A lot of mainly white South Africans choose to emigrate to Australia because there is plenty of sunshine and alcohol. And also because … well, as Queensland author Stephen Hagan puts it, “Australians are the most racist people in the developed world for their treatment of the First Australians and I make this claim comfortable in the knowledge that I am sufficiently supported by incontestable statistical data.”
I imagine being among worse racists than oneself can only be good for one’s self esteem.
Australia is also an option if, like Adolf Hitler, you prefer dogs. The government announced last month that it would destroy two million feral cats by 2020 in an effort to protect indigenous wildlife. They will use poison traps and attack dogs to kill the kitties. You can’t get more humane than that, Bruce.
Hundreds, if not thousands, of South Africans emigrate to Australia every month. I doubt I will be among them any time soon. I’m not smart or mad enough to understand the visa process, which appears to have been formulated by a statistician incarcerated in an institute for the criminally insane.
If you go over on a 189 visa but don’t have your OTSR because your job is on the CSOL list and you’re still on a 186 but haven’t submitted your EOI for a 489 you’ll need a 457 sponsor and the DIPB will want the IELTS.
Australia is infested with migration specialists dedicated to helping South Africans reach the promised land. Well, they call themselves migration specialists. They’re really just human traffickers in polyester suits and pencil skirts.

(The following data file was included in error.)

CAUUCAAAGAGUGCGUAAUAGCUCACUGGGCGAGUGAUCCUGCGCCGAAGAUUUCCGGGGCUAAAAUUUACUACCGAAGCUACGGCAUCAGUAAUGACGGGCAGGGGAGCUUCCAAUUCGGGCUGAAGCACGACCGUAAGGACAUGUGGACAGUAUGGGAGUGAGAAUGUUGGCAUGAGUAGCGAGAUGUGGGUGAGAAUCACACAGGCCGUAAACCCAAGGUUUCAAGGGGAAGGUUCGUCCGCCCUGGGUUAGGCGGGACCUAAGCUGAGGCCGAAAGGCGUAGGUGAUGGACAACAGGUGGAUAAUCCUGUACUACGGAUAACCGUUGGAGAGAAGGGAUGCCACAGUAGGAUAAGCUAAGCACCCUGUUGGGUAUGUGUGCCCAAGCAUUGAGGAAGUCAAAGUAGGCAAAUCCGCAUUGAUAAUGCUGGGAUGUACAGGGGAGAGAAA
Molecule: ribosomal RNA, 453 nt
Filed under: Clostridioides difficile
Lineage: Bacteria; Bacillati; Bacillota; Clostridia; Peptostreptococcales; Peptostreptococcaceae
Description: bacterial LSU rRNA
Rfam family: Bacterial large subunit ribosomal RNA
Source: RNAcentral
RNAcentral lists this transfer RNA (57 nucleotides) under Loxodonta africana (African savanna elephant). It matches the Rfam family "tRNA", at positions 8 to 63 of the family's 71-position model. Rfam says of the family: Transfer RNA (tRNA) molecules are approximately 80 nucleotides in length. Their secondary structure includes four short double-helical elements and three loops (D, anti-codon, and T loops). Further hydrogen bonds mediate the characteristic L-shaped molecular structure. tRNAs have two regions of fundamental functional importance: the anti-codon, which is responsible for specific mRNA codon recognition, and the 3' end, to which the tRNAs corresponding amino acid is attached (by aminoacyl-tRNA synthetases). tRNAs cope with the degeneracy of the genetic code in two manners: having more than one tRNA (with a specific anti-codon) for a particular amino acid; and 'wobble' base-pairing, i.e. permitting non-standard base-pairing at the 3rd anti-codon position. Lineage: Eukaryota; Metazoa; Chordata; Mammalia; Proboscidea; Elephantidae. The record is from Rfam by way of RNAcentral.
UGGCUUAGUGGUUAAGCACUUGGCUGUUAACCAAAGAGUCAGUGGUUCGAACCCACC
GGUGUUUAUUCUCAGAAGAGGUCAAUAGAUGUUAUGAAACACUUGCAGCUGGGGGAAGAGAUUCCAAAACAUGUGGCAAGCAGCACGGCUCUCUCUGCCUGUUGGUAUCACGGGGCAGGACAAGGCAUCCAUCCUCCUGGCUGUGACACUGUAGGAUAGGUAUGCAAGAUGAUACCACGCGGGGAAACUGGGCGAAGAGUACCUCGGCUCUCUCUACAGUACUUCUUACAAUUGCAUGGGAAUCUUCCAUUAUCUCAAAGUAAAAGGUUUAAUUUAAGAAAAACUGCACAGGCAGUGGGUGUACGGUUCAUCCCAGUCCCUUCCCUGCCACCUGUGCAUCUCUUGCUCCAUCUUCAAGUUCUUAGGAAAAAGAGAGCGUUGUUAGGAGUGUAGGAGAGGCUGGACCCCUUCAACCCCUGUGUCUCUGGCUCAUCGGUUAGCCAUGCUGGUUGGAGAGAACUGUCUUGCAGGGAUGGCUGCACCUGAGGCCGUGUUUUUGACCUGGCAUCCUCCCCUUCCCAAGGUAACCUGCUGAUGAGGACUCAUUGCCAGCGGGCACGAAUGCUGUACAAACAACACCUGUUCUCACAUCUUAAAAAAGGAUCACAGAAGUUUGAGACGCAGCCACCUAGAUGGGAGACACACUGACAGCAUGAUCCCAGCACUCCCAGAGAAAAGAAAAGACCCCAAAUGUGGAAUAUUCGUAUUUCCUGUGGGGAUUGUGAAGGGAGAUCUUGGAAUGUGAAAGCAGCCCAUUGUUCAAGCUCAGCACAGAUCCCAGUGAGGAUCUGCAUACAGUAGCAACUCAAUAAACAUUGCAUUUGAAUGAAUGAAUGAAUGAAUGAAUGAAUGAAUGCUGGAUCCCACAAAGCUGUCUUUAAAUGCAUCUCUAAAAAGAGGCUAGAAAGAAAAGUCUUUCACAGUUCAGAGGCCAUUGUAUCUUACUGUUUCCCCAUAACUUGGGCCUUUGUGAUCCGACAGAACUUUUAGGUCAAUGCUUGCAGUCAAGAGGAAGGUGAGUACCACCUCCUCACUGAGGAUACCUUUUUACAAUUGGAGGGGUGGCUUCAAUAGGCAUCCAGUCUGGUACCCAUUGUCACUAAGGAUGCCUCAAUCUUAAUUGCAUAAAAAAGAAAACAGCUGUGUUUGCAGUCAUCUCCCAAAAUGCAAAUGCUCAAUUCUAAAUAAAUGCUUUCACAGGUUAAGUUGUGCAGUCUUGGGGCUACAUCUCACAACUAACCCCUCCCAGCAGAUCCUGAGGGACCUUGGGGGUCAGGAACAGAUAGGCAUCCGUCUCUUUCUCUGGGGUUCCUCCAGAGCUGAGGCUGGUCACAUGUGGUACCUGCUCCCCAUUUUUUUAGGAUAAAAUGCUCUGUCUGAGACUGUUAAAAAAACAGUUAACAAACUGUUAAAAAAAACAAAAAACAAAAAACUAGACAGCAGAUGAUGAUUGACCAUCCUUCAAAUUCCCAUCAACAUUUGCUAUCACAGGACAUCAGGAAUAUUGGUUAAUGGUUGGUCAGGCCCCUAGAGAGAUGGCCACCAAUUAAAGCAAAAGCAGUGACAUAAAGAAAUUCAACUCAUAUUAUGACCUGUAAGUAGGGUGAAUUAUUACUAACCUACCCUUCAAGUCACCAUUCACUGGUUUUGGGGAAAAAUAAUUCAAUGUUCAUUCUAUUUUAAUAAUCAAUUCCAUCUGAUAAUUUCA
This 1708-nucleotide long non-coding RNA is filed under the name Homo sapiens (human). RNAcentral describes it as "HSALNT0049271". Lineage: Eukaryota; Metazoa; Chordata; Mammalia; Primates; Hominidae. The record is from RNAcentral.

I thought I’d get in touch with one of them for an assessment of whether or not I stood a hope in hell. I knew the answer before I even filled in her questionnaire. Age, skills, academic qualifications and financial means are apparently important to the Australians, and unless there’s a critical shortage of borderline indigent middle-aged columnists who make a living out of shaming and ridiculing the rich and powerful, then I’m probably staying right here.
My “migration agent” said she had taken the liberty of stalking me on the Internet. “It is quite evident you have a very successful career,” she wrote. It’s not quite how I would describe it, but it seemed a promising start. Then it went downhill, fast. My occupation – her word, not mine – is on some kind of red list and, because I’m not a teenage virgin, I would need to be sponsored by a state or an employer and work for them for four years at an annual salary of at least R1.2-million. If my current remuneration is anything to go by, I am not worthy of sweeping Sydney’s streets.
Perhaps sensing that my special skills would do little to enhance Australia’s reputation in the eyes of the world, she offered me another option. Something called the 457 visa stream allows an offshore company to become a sponsor, which can then sponsor the employee to work in Australia. In a suggestion that smelled strongly of loophole, she said, “If we can get your current business to qualify as a sponsor, we may be able to get you the 457 visa.” With a masterful use of understatement, she described this as “a long shot”. She clearly sensed that my current business operated largely on cold beer, loud music and long absences from the “office”.
If my personal human trafficker were to handle the visa application, she would require the modest sum of R30 000. The loophole option would cost me another R40 000. And the Department of Immigration would want R18 000 for both. So, that’s almost R100k in return for an email from the Australian government three weeks later saying, “We regret to inform you …”
I’m going to unpack, open the gin and have a little lie-down.